While having a lovely meal with some friends, I couldn’t resist asking one of my friend’s what happens to all the cosmetic fillers people put in their bodies after the person has died. What I wanted to know is if there would be proof long after a person was deceased that said person had used fillers.
Now a brief aside here, all of my friends are used to these odd questions, typically posed while we are sharing food and/or drink. In other words it wasn’t completely out of the ordinary and everyone, well other than Beloved, was okay with this question. Beloved was repulsed by the question. Mostly because he had been enjoying his food and does not want to think of decay while he is eating. I know, he is odd.
I am still waiting for an answer to this question, by the way, as my friend didn’t know. But she promised to check with a few other doctors who do that work more than she does.
And this one, innocent question I posed lead to a most delightful conversation about what to do when you don’t know a loved one’s wishes after s/he has been deceased. My doctor friend causally tossed out the fact that bodies are never released to families any longer, instead just funeral homes etc. The reason being is that some people would not deal with the remains appropriately. She shared stories with us about people who basically lived with their deceased relatives, unembalmed etc. for years.
By this point Beloved was no longer interested in eating and so he pointed out that in some cultures, those who aren’t “afraid of growing old or dying”, have ceremonies where they bring their deceased relatives out each year. Mostly bones of course, but still.
It was around this point the waiter came and asked us if we were finished, not because the restaurant was busy or because we were loud, but rather because he disliked the conversation. So we paid our bills and left, heading to my friend’s house for coffee and such and to carrying no the conversation. We also made a note that we wouldn’t be dinning at that establishment again because we were a bit miffed with the waiter. Although Beloved did point out that the conversation wasn’t one to inspire ones appetite.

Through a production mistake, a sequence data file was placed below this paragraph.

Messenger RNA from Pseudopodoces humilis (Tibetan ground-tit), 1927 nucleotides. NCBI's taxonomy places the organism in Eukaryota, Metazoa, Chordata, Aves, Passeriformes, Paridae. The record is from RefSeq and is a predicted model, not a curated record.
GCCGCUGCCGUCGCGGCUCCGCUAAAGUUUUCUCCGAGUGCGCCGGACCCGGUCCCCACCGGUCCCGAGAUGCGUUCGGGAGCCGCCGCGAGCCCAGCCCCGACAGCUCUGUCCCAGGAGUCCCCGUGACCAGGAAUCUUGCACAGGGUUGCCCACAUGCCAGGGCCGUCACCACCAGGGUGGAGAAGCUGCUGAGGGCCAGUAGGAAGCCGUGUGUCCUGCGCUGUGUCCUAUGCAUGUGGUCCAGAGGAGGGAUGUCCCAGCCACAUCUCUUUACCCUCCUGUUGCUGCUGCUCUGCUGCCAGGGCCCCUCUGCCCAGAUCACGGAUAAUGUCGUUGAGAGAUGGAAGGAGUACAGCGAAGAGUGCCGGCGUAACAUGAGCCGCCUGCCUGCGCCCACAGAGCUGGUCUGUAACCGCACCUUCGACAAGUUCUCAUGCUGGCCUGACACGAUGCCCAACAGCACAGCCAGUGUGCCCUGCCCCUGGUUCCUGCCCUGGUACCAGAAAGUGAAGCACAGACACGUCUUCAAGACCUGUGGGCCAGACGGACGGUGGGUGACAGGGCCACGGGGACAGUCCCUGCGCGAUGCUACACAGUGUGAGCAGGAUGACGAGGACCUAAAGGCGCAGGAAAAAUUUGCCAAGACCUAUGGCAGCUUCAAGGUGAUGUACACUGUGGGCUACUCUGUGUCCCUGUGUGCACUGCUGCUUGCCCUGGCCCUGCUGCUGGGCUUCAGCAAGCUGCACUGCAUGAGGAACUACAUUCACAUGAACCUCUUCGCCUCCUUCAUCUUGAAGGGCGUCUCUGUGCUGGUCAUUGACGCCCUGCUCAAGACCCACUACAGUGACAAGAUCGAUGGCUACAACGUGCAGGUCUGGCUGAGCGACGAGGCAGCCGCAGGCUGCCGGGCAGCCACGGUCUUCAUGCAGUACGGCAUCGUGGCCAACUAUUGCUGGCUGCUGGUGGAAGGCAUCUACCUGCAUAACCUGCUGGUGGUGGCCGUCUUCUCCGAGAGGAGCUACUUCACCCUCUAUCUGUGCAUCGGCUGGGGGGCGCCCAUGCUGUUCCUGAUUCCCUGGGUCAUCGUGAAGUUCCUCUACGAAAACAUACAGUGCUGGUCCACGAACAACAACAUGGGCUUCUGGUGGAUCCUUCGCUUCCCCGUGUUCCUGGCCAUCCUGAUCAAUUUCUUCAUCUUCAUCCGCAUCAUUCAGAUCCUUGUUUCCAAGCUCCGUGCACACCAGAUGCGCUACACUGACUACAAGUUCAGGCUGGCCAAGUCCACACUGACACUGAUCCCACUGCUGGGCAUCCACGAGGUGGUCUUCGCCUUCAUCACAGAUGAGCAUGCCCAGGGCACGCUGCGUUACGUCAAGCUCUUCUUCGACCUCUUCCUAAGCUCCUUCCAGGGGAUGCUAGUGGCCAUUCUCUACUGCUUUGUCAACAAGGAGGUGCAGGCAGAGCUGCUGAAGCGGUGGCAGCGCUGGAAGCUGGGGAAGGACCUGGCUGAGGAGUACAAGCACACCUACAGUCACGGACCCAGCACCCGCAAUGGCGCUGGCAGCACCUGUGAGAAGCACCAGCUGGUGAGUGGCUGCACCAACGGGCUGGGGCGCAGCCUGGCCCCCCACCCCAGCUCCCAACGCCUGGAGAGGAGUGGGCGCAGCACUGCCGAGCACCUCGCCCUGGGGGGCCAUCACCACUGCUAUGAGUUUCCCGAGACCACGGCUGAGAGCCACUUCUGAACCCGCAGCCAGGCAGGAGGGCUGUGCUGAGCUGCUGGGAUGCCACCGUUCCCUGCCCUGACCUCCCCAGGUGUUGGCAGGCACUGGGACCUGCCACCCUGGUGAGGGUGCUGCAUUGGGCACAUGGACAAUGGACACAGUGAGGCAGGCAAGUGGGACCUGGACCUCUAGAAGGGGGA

It’s easy to lose sight of things. It’s easy to be caught up in details and apply that tunnel vision to everything. There times this is a good thing, and then there are times that we miss out on so much because we simply didn’t allow ourselves to look further afield, check out what’s happening on the sidelines or take in the whole horizon.
If we only glance up occasionally, if we only shift our focus for the briefest of moments, it is easy to not see everything. At times what we miss might just be an entertaining moments, or every day things. Nothing major.
But now and then, every once and awhile we will encounter an experience where perhaps if we just paid a little more attention to things, we may have been there for something big. The problem is no one knows when those moments happen.
Now I am not saying I would have made a difference to the outcome, but perhaps if I had spent a little less time with my head buried in my own work I may have noticed when a colleague changed. I’m not talking hairstyles either. A group of my coworkers and I all wondered this very thing. If each one of us had taken a little more time out of our own worlds perhaps the one coworker could have felt as if he could reach out. Instead, for whatever reason, he felt the easiest way to cope was to end his own life.
If each of us shifted our focus a little, if we all stopped getting stuck in those small details we might be able to be there for someone when one of those moments comes up in their lives. And maybe, just maybe we’d be a little more connected and aware.
One of my neighbor’s has taken to feeding the stray cats in the area. At first he put out a few dishes of food out near the trees where the cats can sometimes been see. He’d collect the empty dishes and set out new dishes full of food on a daily basis. This went on for a few months before he decided to do something different.